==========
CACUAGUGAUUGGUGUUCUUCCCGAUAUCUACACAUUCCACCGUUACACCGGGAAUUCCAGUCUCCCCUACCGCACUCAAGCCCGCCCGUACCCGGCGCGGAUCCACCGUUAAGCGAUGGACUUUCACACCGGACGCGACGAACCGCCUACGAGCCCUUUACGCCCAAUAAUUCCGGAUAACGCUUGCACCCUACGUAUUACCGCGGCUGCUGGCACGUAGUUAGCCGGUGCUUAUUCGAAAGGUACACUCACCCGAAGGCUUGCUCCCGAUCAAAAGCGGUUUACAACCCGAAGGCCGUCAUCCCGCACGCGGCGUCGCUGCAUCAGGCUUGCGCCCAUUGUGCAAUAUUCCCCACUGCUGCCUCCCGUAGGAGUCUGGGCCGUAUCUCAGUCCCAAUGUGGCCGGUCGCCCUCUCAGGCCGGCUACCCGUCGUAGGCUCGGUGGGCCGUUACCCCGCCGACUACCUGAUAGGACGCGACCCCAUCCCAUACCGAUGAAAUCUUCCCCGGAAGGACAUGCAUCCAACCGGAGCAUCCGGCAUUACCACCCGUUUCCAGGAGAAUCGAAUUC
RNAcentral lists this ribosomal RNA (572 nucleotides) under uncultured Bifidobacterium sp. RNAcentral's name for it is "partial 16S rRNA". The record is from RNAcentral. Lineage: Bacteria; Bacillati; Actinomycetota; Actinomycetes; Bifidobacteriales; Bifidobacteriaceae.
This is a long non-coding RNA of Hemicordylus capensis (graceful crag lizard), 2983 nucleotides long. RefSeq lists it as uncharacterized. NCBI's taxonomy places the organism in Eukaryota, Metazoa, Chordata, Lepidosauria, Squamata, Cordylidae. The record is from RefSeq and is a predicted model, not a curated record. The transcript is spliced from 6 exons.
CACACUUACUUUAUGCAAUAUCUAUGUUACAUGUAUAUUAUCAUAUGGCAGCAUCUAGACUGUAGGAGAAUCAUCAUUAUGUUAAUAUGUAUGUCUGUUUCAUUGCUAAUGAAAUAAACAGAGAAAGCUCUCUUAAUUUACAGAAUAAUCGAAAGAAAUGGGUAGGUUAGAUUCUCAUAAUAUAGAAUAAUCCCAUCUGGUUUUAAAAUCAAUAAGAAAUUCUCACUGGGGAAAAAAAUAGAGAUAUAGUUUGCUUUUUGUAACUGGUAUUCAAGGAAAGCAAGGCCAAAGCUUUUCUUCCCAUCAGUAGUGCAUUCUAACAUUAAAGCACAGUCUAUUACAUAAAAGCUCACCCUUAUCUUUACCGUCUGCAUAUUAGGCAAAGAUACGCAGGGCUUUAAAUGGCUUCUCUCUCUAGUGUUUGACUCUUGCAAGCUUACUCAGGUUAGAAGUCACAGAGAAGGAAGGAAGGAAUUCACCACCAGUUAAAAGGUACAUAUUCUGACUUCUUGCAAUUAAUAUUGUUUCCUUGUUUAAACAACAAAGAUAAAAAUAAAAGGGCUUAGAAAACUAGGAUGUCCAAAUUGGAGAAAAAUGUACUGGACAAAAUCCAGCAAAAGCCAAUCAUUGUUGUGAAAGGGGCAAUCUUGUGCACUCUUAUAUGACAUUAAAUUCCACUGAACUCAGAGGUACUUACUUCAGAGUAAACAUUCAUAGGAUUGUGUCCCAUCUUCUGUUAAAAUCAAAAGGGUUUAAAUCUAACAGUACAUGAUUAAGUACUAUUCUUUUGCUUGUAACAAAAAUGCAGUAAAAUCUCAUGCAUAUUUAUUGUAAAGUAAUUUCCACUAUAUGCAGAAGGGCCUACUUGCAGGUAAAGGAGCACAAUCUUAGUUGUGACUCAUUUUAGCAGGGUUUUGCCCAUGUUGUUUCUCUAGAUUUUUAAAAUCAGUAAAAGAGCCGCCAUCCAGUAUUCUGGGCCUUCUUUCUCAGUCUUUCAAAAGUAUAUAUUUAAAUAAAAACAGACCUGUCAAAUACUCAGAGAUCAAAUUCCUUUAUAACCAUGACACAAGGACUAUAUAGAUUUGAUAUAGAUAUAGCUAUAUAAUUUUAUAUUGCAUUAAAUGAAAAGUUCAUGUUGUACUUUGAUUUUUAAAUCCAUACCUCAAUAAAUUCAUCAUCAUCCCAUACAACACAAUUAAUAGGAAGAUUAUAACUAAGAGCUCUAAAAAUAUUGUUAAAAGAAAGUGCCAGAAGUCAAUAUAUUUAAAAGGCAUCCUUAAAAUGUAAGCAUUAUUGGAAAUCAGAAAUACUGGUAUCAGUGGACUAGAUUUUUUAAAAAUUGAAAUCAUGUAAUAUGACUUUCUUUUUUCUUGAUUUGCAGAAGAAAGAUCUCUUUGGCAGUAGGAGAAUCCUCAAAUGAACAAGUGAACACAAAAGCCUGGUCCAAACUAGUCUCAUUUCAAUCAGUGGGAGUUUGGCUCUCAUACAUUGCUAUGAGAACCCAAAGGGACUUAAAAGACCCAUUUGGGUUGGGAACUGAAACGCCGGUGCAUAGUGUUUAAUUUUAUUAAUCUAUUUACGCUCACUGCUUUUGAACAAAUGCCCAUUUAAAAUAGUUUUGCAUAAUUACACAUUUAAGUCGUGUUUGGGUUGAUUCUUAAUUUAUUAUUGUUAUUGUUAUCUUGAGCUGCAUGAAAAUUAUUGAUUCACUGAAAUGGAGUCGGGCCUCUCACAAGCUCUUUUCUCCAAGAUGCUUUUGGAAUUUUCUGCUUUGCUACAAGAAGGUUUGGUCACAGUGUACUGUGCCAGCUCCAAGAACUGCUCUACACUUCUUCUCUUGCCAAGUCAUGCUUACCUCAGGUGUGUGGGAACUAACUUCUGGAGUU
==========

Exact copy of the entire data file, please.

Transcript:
CACUAGUGAUUGGUGUUCUUCCCGAUAUCUACACAUUCCACCGUUACACCGGGAAUUCCAGUCUCCCCUACCGCACUCAAGCCCGCCCGUACCCGGCGCGGAUCCACCGUUAAGCGAUGGACUUUCACACCGGACGCGACGAACCGCCUACGAGCCCUUUACGCCCAAUAAUUCCGGAUAACGCUUGCACCCUACGUAUUACCGCGGCUGCUGGCACGUAGUUAGCCGGUGCUUAUUCGAAAGGUACACUCACCCGAAGGCUUGCUCCCGAUCAAAAGCGGUUUACAACCCGAAGGCCGUCAUCCCGCACGCGGCGUCGCUGCAUCAGGCUUGCGCCCAUUGUGCAAUAUUCCCCACUGCUGCCUCCCGUAGGAGUCUGGGCCGUAUCUCAGUCCCAAUGUGGCCGGUCGCCCUCUCAGGCCGGCUACCCGUCGUAGGCUCGGUGGGCCGUUACCCCGCCGACUACCUGAUAGGACGCGACCCCAUCCCAUACCGAUGAAAUCUUCCCCGGAAGGACAUGCAUCCAACCGGAGCAUCCGGCAUUACCACCCGUUUCCAGGAGAAUCGAAUUC
RNAcentral lists this ribosomal RNA (572 nucleotides) under uncultured Bifidobacterium sp. RNAcentral's name for it is "partial 16S rRNA". The record is from RNAcentral. Lineage: Bacteria; Bacillati; Actinomycetota; Actinomycetes; Bifidobacteriales; Bifidobacteriaceae.
This is a long non-coding RNA of Hemicordylus capensis (graceful crag lizard), 2983 nucleotides long. RefSeq lists it as uncharacterized. NCBI's taxonomy places the organism in Eukaryota, Metazoa, Chordata, Lepidosauria, Squamata, Cordylidae. The record is from RefSeq and is a predicted model, not a curated record. The transcript is spliced from 6 exons.
CACACUUACUUUAUGCAAUAUCUAUGUUACAUGUAUAUUAUCAUAUGGCAGCAUCUAGACUGUAGGAGAAUCAUCAUUAUGUUAAUAUGUAUGUCUGUUUCAUUGCUAAUGAAAUAAACAGAGAAAGCUCUCUUAAUUUACAGAAUAAUCGAAAGAAAUGGGUAGGUUAGAUUCUCAUAAUAUAGAAUAAUCCCAUCUGGUUUUAAAAUCAAUAAGAAAUUCUCACUGGGGAAAAAAAUAGAGAUAUAGUUUGCUUUUUGUAACUGGUAUUCAAGGAAAGCAAGGCCAAAGCUUUUCUUCCCAUCAGUAGUGCAUUCUAACAUUAAAGCACAGUCUAUUACAUAAAAGCUCACCCUUAUCUUUACCGUCUGCAUAUUAGGCAAAGAUACGCAGGGCUUUAAAUGGCUUCUCUCUCUAGUGUUUGACUCUUGCAAGCUUACUCAGGUUAGAAGUCACAGAGAAGGAAGGAAGGAAUUCACCACCAGUUAAAAGGUACAUAUUCUGACUUCUUGCAAUUAAUAUUGUUUCCUUGUUUAAACAACAAAGAUAAAAAUAAAAGGGCUUAGAAAACUAGGAUGUCCAAAUUGGAGAAAAAUGUACUGGACAAAAUCCAGCAAAAGCCAAUCAUUGUUGUGAAAGGGGCAAUCUUGUGCACUCUUAUAUGACAUUAAAUUCCACUGAACUCAGAGGUACUUACUUCAGAGUAAACAUUCAUAGGAUUGUGUCCCAUCUUCUGUUAAAAUCAAAAGGGUUUAAAUCUAACAGUACAUGAUUAAGUACUAUUCUUUUGCUUGUAACAAAAAUGCAGUAAAAUCUCAUGCAUAUUUAUUGUAAAGUAAUUUCCACUAUAUGCAGAAGGGCCUACUUGCAGGUAAAGGAGCACAAUCUUAGUUGUGACUCAUUUUAGCAGGGUUUUGCCCAUGUUGUUUCUCUAGAUUUUUAAAAUCAGUAAAAGAGCCGCCAUCCAGUAUUCUGGGCCUUCUUUCUCAGUCUUUCAAAAGUAUAUAUUUAAAUAAAAACAGACCUGUCAAAUACUCAGAGAUCAAAUUCCUUUAUAACCAUGACACAAGGACUAUAUAGAUUUGAUAUAGAUAUAGCUAUAUAAUUUUAUAUUGCAUUAAAUGAAAAGUUCAUGUUGUACUUUGAUUUUUAAAUCCAUACCUCAAUAAAUUCAUCAUCAUCCCAUACAACACAAUUAAUAGGAAGAUUAUAACUAAGAGCUCUAAAAAUAUUGUUAAAAGAAAGUGCCAGAAGUCAAUAUAUUUAAAAGGCAUCCUUAAAAUGUAAGCAUUAUUGGAAAUCAGAAAUACUGGUAUCAGUGGACUAGAUUUUUUAAAAAUUGAAAUCAUGUAAUAUGACUUUCUUUUUUCUUGAUUUGCAGAAGAAAGAUCUCUUUGGCAGUAGGAGAAUCCUCAAAUGAACAAGUGAACACAAAAGCCUGGUCCAAACUAGUCUCAUUUCAAUCAGUGGGAGUUUGGCUCUCAUACAUUGCUAUGAGAACCCAAAGGGACUUAAAAGACCCAUUUGGGUUGGGAACUGAAACGCCGGUGCAUAGUGUUUAAUUUUAUUAAUCUAUUUACGCUCACUGCUUUUGAACAAAUGCCCAUUUAAAAUAGUUUUGCAUAAUUACACAUUUAAGUCGUGUUUGGGUUGAUUCUUAAUUUAUUAUUGUUAUUGUUAUCUUGAGCUGCAUGAAAAUUAUUGAUUCACUGAAAUGGAGUCGGGCCUCUCACAAGCUCUUUUCUCCAAGAUGCUUUUGGAAUUUUCUGCUUUGCUACAAGAAGGUUUGGUCACAGUGUACUGUGCCAGCUCCAAGAACUGCUCUACACUUCUUCUCUUGCCAAGUCAUGCUUACCUCAGGUGUGUGGGAACUAACUUCUGGAGUU